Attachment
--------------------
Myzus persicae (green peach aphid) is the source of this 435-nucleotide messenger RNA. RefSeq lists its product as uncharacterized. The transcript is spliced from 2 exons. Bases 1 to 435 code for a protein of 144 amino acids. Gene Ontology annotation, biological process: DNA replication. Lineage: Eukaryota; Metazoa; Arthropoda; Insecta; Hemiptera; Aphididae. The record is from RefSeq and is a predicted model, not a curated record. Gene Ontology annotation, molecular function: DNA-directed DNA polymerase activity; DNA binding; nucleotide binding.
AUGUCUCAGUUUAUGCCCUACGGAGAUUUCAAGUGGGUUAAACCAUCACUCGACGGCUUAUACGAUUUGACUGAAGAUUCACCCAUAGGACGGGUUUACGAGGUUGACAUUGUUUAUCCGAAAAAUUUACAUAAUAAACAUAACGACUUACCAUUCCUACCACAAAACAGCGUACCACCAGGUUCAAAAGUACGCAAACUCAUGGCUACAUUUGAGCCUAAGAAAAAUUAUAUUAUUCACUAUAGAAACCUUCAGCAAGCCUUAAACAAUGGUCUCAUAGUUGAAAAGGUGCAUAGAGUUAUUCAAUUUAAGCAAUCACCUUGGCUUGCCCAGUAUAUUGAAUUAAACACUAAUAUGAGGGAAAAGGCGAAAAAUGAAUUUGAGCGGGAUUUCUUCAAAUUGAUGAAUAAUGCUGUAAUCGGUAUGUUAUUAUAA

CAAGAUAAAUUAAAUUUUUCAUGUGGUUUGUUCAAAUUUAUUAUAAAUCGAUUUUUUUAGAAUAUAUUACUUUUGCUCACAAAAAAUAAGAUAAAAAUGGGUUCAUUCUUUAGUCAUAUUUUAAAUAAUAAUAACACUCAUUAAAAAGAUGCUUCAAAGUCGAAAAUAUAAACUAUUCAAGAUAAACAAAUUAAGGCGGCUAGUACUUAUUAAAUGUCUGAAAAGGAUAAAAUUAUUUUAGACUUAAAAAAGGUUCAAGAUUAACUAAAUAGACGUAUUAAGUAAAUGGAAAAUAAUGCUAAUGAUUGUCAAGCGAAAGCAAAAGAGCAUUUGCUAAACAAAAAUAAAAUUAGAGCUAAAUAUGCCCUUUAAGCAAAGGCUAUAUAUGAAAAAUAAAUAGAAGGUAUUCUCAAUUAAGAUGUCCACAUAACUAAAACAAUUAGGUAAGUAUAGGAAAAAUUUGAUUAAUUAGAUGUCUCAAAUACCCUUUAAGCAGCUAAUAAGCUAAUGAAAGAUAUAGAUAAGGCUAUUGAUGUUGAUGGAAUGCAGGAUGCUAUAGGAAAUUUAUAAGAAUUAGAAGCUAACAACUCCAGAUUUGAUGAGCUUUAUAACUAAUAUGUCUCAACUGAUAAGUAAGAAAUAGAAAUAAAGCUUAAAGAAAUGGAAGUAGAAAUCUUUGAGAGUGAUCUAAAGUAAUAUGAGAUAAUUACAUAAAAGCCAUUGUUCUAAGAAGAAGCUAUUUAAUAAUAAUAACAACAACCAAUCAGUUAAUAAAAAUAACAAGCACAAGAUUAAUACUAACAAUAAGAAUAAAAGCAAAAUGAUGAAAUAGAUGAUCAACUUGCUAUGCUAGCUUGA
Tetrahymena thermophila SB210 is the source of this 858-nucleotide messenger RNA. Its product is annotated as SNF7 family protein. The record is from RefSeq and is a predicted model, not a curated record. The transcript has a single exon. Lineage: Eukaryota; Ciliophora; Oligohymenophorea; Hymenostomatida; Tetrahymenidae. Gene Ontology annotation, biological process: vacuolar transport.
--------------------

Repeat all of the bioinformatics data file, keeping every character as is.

Myzus persicae (green peach aphid) is the source of this 435-nucleotide messenger RNA. RefSeq lists its product as uncharacterized. The transcript is spliced from 2 exons. Bases 1 to 435 code for a protein of 144 amino acids. Gene Ontology annotation, biological process: DNA replication. Lineage: Eukaryota; Metazoa; Arthropoda; Insecta; Hemiptera; Aphididae. The record is from RefSeq and is a predicted model, not a curated record. Gene Ontology annotation, molecular function: DNA-directed DNA polymerase activity; DNA binding; nucleotide binding.
AUGUCUCAGUUUAUGCCCUACGGAGAUUUCAAGUGGGUUAAACCAUCACUCGACGGCUUAUACGAUUUGACUGAAGAUUCACCCAUAGGACGGGUUUACGAGGUUGACAUUGUUUAUCCGAAAAAUUUACAUAAUAAACAUAACGACUUACCAUUCCUACCACAAAACAGCGUACCACCAGGUUCAAAAGUACGCAAACUCAUGGCUACAUUUGAGCCUAAGAAAAAUUAUAUUAUUCACUAUAGAAACCUUCAGCAAGCCUUAAACAAUGGUCUCAUAGUUGAAAAGGUGCAUAGAGUUAUUCAAUUUAAGCAAUCACCUUGGCUUGCCCAGUAUAUUGAAUUAAACACUAAUAUGAGGGAAAAGGCGAAAAAUGAAUUUGAGCGGGAUUUCUUCAAAUUGAUGAAUAAUGCUGUAAUCGGUAUGUUAUUAUAA

CAAGAUAAAUUAAAUUUUUCAUGUGGUUUGUUCAAAUUUAUUAUAAAUCGAUUUUUUUAGAAUAUAUUACUUUUGCUCACAAAAAAUAAGAUAAAAAUGGGUUCAUUCUUUAGUCAUAUUUUAAAUAAUAAUAACACUCAUUAAAAAGAUGCUUCAAAGUCGAAAAUAUAAACUAUUCAAGAUAAACAAAUUAAGGCGGCUAGUACUUAUUAAAUGUCUGAAAAGGAUAAAAUUAUUUUAGACUUAAAAAAGGUUCAAGAUUAACUAAAUAGACGUAUUAAGUAAAUGGAAAAUAAUGCUAAUGAUUGUCAAGCGAAAGCAAAAGAGCAUUUGCUAAACAAAAAUAAAAUUAGAGCUAAAUAUGCCCUUUAAGCAAAGGCUAUAUAUGAAAAAUAAAUAGAAGGUAUUCUCAAUUAAGAUGUCCACAUAACUAAAACAAUUAGGUAAGUAUAGGAAAAAUUUGAUUAAUUAGAUGUCUCAAAUACCCUUUAAGCAGCUAAUAAGCUAAUGAAAGAUAUAGAUAAGGCUAUUGAUGUUGAUGGAAUGCAGGAUGCUAUAGGAAAUUUAUAAGAAUUAGAAGCUAACAACUCCAGAUUUGAUGAGCUUUAUAACUAAUAUGUCUCAACUGAUAAGUAAGAAAUAGAAAUAAAGCUUAAAGAAAUGGAAGUAGAAAUCUUUGAGAGUGAUCUAAAGUAAUAUGAGAUAAUUACAUAAAAGCCAUUGUUCUAAGAAGAAGCUAUUUAAUAAUAAUAACAACAACCAAUCAGUUAAUAAAAAUAACAAGCACAAGAUUAAUACUAACAAUAAGAAUAAAAGCAAAAUGAUGAAAUAGAUGAUCAACUUGCUAUGCUAGCUUGA
Tetrahymena thermophila SB210 is the source of this 858-nucleotide messenger RNA. Its product is annotated as SNF7 family protein. The record is from RefSeq and is a predicted model, not a curated record. The transcript has a single exon. Lineage: Eukaryota; Ciliophora; Oligohymenophorea; Hymenostomatida; Tetrahymenidae. Gene Ontology annotation, biological process: vacuolar transport.